In a recent op-ed, investment guru Roger McNamee lamented that I invested early in Google and Facebook and regret it. I helped create a monster. Does his regret relate to poor stock performance of these companies? No. They performed spectacularly. For McNamee, it’s ideological:
I invested in Google and Facebook years before their first revenue and profited enormously. I was an early adviser to Facebook’s team, but I am terrified by the damage being done by these Internet monopolies.
First of all, Google and Facebook are not monopolies. Properly understood, a monopoly is a privileged company or industry legally protected from competition. These companies are not monopolies in any sense of the term.
Facebook and Google get their revenue from advertising, the effectiveness of which depends on gaining and maintaining consumer attention. Borrowing techniques from the gambling industry, Facebook, Google and others exploit human nature, creating addictive behaviors that compel consumers to check for new messages, respond to notifications, and seek validation from technologies whose only goal is to generate profits for their owners.
Get it? We consumers are just helpless, mindless robots ready to be programmed by addiction peddlers Facebook and Google. But where’s the “compulsion” in “compel consumers?” You won’t find it. McNamee continues:
The people at Facebook and Google believe that giving consumers more of what they want and like is worthy of praise, not criticism. What they fail to recognize is that their products are not making consumers happier or more successful. Like gambling, nicotine, alcohol or heroin, Facebook and Google — most importantly through its YouTube subsidiary — produce short-term happiness with serious negative consequences in the long term. Users fail to recognize the warning signs of addiction until it is too late.
Get it? We consumers are a faceless, indistinguishable herd without reason, values, or free will—except for McNamee, who knows we all unhappily and unsuccessfully exploit Facebook’s and Google’s products. We just don’t know what’s good for us. But McNamee knows. This reminds me of George W. Bush’s description of our use of fossil fuel energy as an “addiction.” Both McNamee and Bush tar great, life-serving industries by placing them in the same category as heroin.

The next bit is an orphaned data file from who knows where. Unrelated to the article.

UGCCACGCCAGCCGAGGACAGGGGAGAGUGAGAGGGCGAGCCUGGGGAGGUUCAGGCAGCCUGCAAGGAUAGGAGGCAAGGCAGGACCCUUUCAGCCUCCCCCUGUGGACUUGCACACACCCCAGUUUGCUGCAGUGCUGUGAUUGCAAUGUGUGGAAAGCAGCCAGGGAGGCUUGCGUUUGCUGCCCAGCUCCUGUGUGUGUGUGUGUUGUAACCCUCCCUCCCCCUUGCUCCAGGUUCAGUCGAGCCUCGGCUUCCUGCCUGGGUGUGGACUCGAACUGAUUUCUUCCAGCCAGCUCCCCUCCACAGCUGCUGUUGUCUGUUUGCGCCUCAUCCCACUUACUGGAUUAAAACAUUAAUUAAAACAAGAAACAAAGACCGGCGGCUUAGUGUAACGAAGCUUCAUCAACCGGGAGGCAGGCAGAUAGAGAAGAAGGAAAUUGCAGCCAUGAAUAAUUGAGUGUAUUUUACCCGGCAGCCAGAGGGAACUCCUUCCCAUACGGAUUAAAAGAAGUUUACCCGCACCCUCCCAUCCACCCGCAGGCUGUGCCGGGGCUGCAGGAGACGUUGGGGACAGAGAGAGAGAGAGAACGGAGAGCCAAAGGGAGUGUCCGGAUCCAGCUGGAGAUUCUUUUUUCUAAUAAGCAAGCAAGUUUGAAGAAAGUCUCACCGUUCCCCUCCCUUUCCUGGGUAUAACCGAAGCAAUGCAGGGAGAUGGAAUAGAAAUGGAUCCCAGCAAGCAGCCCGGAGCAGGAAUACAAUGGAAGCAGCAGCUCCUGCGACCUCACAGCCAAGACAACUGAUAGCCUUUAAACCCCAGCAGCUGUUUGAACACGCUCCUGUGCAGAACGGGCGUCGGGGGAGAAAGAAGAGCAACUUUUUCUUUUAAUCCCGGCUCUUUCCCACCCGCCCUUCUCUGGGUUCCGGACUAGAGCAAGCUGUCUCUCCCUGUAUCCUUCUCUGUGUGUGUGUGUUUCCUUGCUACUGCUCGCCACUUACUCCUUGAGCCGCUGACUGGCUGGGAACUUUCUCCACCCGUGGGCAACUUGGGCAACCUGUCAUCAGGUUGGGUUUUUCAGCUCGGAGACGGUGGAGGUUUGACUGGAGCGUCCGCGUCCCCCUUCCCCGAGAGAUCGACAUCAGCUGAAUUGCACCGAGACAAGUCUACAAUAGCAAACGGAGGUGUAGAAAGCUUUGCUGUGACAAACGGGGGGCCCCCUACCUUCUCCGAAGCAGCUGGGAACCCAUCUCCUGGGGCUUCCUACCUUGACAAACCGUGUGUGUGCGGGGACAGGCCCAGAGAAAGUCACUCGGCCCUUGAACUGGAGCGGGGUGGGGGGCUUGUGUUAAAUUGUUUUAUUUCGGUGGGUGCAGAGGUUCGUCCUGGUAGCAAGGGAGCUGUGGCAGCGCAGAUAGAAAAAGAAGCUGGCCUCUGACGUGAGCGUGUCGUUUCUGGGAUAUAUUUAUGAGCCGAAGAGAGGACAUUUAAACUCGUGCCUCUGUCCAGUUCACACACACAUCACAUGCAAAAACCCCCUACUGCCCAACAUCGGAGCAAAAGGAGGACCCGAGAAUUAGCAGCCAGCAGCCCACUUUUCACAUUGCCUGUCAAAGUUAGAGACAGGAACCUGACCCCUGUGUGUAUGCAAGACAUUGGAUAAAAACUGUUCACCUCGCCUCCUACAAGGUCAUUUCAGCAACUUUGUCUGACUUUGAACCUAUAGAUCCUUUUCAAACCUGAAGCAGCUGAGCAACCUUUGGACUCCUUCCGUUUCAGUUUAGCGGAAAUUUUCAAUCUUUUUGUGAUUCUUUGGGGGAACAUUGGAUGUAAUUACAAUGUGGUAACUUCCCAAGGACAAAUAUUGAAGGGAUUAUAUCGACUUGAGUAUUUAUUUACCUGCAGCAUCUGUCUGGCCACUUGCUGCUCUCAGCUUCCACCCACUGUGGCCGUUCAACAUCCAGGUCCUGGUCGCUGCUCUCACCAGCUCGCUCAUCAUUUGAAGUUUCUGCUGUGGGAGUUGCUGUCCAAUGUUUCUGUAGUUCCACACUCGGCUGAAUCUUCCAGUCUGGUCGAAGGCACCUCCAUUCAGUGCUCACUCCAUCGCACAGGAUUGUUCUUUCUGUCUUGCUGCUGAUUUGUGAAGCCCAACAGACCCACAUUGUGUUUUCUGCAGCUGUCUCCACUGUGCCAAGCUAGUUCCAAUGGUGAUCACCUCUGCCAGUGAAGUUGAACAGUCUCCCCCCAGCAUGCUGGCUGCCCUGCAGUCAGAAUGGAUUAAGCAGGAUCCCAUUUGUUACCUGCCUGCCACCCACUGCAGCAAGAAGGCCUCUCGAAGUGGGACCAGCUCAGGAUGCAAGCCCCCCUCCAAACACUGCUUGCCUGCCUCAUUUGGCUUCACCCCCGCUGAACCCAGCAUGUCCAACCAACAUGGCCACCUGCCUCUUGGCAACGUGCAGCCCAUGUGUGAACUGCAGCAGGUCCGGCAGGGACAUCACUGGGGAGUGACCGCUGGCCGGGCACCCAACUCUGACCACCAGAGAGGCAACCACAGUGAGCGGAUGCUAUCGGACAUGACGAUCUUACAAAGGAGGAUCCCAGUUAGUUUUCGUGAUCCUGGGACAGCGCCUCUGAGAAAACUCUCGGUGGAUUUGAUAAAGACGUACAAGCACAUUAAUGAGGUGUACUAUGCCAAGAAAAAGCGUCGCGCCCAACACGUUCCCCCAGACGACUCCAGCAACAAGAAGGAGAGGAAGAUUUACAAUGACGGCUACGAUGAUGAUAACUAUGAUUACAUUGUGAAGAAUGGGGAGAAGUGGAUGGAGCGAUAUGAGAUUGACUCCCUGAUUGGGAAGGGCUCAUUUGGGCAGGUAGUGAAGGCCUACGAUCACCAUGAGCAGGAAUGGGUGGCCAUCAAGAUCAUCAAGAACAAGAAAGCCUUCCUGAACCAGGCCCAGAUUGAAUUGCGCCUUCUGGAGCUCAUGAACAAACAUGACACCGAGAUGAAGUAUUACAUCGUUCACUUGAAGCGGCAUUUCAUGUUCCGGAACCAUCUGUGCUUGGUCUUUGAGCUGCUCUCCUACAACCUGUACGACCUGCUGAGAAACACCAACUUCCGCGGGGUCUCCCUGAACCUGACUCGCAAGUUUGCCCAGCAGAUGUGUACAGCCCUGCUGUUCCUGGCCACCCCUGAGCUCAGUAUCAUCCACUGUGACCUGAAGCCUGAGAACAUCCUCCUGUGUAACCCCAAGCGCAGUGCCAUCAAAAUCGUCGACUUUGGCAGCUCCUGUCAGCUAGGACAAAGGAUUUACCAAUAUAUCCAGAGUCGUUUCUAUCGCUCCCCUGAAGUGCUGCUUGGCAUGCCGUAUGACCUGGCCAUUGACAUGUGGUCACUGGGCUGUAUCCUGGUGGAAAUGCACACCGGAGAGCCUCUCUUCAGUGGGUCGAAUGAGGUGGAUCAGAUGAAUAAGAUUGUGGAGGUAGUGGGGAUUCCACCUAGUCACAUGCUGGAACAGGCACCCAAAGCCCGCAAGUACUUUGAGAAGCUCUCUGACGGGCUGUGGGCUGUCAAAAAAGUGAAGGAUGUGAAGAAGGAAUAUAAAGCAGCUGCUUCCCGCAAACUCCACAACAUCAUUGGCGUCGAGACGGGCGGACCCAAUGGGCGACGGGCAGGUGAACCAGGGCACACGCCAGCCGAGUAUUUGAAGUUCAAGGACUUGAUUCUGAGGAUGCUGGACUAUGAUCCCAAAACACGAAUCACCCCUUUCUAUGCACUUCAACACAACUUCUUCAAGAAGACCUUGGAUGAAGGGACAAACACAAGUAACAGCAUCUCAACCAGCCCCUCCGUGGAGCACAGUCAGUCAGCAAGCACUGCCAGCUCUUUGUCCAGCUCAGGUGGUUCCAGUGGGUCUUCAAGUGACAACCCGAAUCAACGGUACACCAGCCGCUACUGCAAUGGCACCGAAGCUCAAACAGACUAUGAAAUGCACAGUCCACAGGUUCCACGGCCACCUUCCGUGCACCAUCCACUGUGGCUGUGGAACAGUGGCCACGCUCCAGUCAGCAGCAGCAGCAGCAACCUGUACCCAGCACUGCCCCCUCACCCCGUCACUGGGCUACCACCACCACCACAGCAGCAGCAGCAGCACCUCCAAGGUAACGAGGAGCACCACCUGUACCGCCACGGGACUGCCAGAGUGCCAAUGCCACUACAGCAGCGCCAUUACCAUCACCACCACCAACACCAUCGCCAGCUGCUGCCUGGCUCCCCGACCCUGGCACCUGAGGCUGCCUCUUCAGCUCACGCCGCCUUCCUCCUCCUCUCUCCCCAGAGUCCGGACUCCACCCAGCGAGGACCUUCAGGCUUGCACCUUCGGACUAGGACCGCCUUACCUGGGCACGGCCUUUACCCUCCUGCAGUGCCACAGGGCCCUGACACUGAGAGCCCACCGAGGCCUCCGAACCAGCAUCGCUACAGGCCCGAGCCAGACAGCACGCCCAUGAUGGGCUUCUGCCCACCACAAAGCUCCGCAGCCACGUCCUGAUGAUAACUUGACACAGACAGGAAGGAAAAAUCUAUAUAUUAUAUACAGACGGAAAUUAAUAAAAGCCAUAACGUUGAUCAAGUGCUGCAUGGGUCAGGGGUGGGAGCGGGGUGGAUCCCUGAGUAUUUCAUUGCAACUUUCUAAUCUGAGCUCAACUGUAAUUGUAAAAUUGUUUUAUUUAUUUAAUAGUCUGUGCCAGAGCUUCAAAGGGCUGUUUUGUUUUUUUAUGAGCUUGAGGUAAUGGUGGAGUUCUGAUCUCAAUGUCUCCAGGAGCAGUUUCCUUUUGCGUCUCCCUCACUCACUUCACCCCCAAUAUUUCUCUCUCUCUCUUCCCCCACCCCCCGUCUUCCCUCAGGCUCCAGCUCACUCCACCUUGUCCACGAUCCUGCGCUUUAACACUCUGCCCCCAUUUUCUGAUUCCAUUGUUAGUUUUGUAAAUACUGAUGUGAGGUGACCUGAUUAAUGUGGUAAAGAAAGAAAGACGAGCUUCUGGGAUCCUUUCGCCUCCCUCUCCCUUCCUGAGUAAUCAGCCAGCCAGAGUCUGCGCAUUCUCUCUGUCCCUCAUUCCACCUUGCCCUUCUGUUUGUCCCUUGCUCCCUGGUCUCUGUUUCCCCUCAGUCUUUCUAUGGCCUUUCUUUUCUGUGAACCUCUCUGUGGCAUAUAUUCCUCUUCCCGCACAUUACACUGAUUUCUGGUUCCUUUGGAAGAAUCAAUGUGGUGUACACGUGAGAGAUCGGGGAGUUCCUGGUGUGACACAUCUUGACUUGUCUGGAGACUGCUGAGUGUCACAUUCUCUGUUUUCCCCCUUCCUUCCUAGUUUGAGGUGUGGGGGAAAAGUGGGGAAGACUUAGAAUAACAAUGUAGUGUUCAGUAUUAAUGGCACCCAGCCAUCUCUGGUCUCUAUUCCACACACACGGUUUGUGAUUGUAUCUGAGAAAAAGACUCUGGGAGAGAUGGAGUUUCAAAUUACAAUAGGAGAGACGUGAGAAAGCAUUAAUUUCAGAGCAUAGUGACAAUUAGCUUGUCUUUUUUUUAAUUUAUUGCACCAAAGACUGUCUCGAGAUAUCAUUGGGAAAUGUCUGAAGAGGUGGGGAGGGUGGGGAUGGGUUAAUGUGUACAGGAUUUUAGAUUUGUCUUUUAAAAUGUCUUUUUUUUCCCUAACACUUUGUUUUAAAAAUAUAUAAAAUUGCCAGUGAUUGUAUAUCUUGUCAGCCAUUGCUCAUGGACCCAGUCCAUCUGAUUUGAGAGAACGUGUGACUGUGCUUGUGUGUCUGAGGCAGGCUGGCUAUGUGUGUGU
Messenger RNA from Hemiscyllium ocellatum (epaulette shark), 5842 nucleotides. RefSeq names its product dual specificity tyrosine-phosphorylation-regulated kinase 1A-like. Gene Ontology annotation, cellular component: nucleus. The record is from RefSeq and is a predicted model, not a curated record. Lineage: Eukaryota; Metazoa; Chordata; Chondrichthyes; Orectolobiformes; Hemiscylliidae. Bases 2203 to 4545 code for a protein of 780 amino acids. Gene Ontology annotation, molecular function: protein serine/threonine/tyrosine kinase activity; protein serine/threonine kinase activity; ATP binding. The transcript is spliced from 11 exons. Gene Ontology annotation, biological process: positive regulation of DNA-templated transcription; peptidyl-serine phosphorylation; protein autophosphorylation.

But McNamee’s attack is far more dangerous than Bush’s, serious as that is. Whereas Bush deals with companies that serve the marketplace for goods, McNamee tarnishes an industry that serves the marketplace for intellectual content. It was inevitable that, once we accepted government control of the marketplace of goods, the government’s regulatory powers would be extended to the marketplace for ideas—the bulwark of government accountability and a free society. McNamee gives that threat another push toward reality.
I don’t buy for a minute the addiction ruse. What, then, is really behind McNamee’s attack on Google and Facebook?
Technology has transformed our lives in countless ways, mostly for the better. Thanks to the now ubiquitous smartphone, tech touches us from the moment we wake up until we go to sleep. While the convenience of smartphones has many benefits, the unintended consequences of well-intentioned product choices have become a menace to public health and to democracy. [emphasis added]
Forget “public health.” that’s an abstraction—and a distraction. Health is individual. So is addiction, whether physical or psychological. These alleged “addictions” McNamee frets over, such as they are actually real, are a problem for doctors, not the “public” or the government. What’s really eating at McNamee is that he doesn’t like the way people are voting. On CNBC, he laments the Brexit and the 2016 U.S. election results as symptoms of these “addictions.”